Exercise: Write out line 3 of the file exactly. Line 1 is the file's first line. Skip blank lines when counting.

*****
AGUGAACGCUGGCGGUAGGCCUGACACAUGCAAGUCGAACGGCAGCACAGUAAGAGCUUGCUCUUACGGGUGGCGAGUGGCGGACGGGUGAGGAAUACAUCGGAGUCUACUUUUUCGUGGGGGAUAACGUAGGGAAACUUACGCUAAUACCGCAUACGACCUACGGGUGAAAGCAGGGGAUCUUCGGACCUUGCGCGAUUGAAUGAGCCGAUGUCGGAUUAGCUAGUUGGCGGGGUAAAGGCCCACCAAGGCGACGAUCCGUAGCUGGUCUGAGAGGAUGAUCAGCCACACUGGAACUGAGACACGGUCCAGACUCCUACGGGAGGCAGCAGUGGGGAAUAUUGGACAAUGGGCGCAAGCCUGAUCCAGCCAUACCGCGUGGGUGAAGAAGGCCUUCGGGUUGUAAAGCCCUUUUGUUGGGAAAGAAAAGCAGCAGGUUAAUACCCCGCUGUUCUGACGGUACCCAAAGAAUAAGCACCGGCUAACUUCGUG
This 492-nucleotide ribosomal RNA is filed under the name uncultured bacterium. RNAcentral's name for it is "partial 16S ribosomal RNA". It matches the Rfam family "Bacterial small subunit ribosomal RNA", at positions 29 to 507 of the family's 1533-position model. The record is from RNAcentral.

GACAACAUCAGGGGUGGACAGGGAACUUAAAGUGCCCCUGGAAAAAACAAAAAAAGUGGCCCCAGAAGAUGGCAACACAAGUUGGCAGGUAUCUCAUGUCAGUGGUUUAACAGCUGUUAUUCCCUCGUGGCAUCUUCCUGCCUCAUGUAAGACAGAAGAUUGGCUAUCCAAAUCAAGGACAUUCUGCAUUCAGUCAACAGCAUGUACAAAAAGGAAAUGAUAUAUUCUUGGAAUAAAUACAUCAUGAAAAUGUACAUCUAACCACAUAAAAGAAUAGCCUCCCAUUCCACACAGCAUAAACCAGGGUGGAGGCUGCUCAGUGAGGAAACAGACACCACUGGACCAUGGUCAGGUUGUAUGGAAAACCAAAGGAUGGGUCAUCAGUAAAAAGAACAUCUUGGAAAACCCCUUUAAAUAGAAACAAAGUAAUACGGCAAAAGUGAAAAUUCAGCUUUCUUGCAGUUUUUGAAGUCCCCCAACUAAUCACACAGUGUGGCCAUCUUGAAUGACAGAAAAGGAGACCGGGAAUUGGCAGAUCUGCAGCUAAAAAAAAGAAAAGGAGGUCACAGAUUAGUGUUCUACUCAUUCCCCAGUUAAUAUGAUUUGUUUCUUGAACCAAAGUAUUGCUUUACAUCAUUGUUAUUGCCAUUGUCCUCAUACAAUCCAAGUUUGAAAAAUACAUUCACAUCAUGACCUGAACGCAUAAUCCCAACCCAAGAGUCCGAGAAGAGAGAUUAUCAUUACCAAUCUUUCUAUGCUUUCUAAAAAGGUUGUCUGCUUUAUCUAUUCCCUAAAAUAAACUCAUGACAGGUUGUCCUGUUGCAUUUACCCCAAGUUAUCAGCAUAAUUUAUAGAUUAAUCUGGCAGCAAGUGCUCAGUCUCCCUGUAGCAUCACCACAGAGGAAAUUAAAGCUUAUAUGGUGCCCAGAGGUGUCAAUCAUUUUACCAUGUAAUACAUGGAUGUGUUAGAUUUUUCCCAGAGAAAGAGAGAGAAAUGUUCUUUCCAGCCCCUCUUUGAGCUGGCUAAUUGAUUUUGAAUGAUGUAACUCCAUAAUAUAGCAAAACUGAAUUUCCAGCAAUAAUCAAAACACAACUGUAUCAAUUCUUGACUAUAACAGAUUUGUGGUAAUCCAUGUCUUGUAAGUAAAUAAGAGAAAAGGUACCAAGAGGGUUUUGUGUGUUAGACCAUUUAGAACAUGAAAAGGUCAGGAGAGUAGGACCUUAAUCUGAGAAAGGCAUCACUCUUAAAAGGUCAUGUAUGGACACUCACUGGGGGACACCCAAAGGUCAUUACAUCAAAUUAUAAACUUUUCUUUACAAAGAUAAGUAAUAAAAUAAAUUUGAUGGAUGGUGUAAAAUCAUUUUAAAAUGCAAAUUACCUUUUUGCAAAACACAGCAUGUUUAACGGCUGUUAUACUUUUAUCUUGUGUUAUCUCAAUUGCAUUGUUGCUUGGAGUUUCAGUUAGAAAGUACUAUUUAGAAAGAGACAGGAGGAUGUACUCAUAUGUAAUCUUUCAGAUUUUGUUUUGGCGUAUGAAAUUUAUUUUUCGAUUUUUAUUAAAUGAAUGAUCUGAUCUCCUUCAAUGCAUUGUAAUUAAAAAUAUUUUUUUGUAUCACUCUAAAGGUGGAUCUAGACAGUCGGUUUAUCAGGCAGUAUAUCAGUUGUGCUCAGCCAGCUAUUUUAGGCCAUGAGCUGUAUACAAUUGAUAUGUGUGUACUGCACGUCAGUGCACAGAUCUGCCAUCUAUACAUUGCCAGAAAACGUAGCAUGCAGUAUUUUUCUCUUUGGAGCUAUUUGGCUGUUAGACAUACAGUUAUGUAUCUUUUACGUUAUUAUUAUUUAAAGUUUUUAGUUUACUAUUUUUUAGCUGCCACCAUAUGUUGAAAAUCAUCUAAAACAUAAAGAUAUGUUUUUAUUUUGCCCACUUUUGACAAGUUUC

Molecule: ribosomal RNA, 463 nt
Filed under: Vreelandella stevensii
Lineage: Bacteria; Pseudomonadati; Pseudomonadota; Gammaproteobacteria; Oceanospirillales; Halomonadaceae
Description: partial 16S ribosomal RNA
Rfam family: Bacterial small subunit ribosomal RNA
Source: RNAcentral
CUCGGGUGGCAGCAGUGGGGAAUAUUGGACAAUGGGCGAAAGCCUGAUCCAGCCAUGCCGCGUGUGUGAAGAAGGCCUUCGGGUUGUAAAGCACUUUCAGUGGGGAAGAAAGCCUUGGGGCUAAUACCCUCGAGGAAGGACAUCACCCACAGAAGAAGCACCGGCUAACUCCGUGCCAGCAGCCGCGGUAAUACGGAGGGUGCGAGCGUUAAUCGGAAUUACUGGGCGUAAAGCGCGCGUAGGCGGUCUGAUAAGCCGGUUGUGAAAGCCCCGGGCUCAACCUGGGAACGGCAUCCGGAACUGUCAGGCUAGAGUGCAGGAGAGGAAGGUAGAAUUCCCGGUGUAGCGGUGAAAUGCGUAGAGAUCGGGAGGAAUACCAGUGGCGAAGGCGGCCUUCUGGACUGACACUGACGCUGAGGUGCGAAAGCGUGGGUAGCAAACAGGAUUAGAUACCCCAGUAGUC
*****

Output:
GACAACAUCAGGGGUGGACAGGGAACUUAAAGUGCCCCUGGAAAAAACAAAAAAAGUGGCCCCAGAAGAUGGCAACACAAGUUGGCAGGUAUCUCAUGUCAGUGGUUUAACAGCUGUUAUUCCCUCGUGGCAUCUUCCUGCCUCAUGUAAGACAGAAGAUUGGCUAUCCAAAUCAAGGACAUUCUGCAUUCAGUCAACAGCAUGUACAAAAAGGAAAUGAUAUAUUCUUGGAAUAAAUACAUCAUGAAAAUGUACAUCUAACCACAUAAAAGAAUAGCCUCCCAUUCCACACAGCAUAAACCAGGGUGGAGGCUGCUCAGUGAGGAAACAGACACCACUGGACCAUGGUCAGGUUGUAUGGAAAACCAAAGGAUGGGUCAUCAGUAAAAAGAACAUCUUGGAAAACCCCUUUAAAUAGAAACAAAGUAAUACGGCAAAAGUGAAAAUUCAGCUUUCUUGCAGUUUUUGAAGUCCCCCAACUAAUCACACAGUGUGGCCAUCUUGAAUGACAGAAAAGGAGACCGGGAAUUGGCAGAUCUGCAGCUAAAAAAAAGAAAAGGAGGUCACAGAUUAGUGUUCUACUCAUUCCCCAGUUAAUAUGAUUUGUUUCUUGAACCAAAGUAUUGCUUUACAUCAUUGUUAUUGCCAUUGUCCUCAUACAAUCCAAGUUUGAAAAAUACAUUCACAUCAUGACCUGAACGCAUAAUCCCAACCCAAGAGUCCGAGAAGAGAGAUUAUCAUUACCAAUCUUUCUAUGCUUUCUAAAAAGGUUGUCUGCUUUAUCUAUUCCCUAAAAUAAACUCAUGACAGGUUGUCCUGUUGCAUUUACCCCAAGUUAUCAGCAUAAUUUAUAGAUUAAUCUGGCAGCAAGUGCUCAGUCUCCCUGUAGCAUCACCACAGAGGAAAUUAAAGCUUAUAUGGUGCCCAGAGGUGUCAAUCAUUUUACCAUGUAAUACAUGGAUGUGUUAGAUUUUUCCCAGAGAAAGAGAGAGAAAUGUUCUUUCCAGCCCCUCUUUGAGCUGGCUAAUUGAUUUUGAAUGAUGUAACUCCAUAAUAUAGCAAAACUGAAUUUCCAGCAAUAAUCAAAACACAACUGUAUCAAUUCUUGACUAUAACAGAUUUGUGGUAAUCCAUGUCUUGUAAGUAAAUAAGAGAAAAGGUACCAAGAGGGUUUUGUGUGUUAGACCAUUUAGAACAUGAAAAGGUCAGGAGAGUAGGACCUUAAUCUGAGAAAGGCAUCACUCUUAAAAGGUCAUGUAUGGACACUCACUGGGGGACACCCAAAGGUCAUUACAUCAAAUUAUAAACUUUUCUUUACAAAGAUAAGUAAUAAAAUAAAUUUGAUGGAUGGUGUAAAAUCAUUUUAAAAUGCAAAUUACCUUUUUGCAAAACACAGCAUGUUUAACGGCUGUUAUACUUUUAUCUUGUGUUAUCUCAAUUGCAUUGUUGCUUGGAGUUUCAGUUAGAAAGUACUAUUUAGAAAGAGACAGGAGGAUGUACUCAUAUGUAAUCUUUCAGAUUUUGUUUUGGCGUAUGAAAUUUAUUUUUCGAUUUUUAUUAAAUGAAUGAUCUGAUCUCCUUCAAUGCAUUGUAAUUAAAAAUAUUUUUUUGUAUCACUCUAAAGGUGGAUCUAGACAGUCGGUUUAUCAGGCAGUAUAUCAGUUGUGCUCAGCCAGCUAUUUUAGGCCAUGAGCUGUAUACAAUUGAUAUGUGUGUACUGCACGUCAGUGCACAGAUCUGCCAUCUAUACAUUGCCAGAAAACGUAGCAUGCAGUAUUUUUCUCUUUGGAGCUAUUUGGCUGUUAGACAUACAGUUAUGUAUCUUUUACGUUAUUAUUAUUUAAAGUUUUUAGUUUACUAUUUUUUAGCUGCCACCAUAUGUUGAAAAUCAUCUAAAACAUAAAGAUAUGUUUUUAUUUUGCCCACUUUUGACAAGUUUC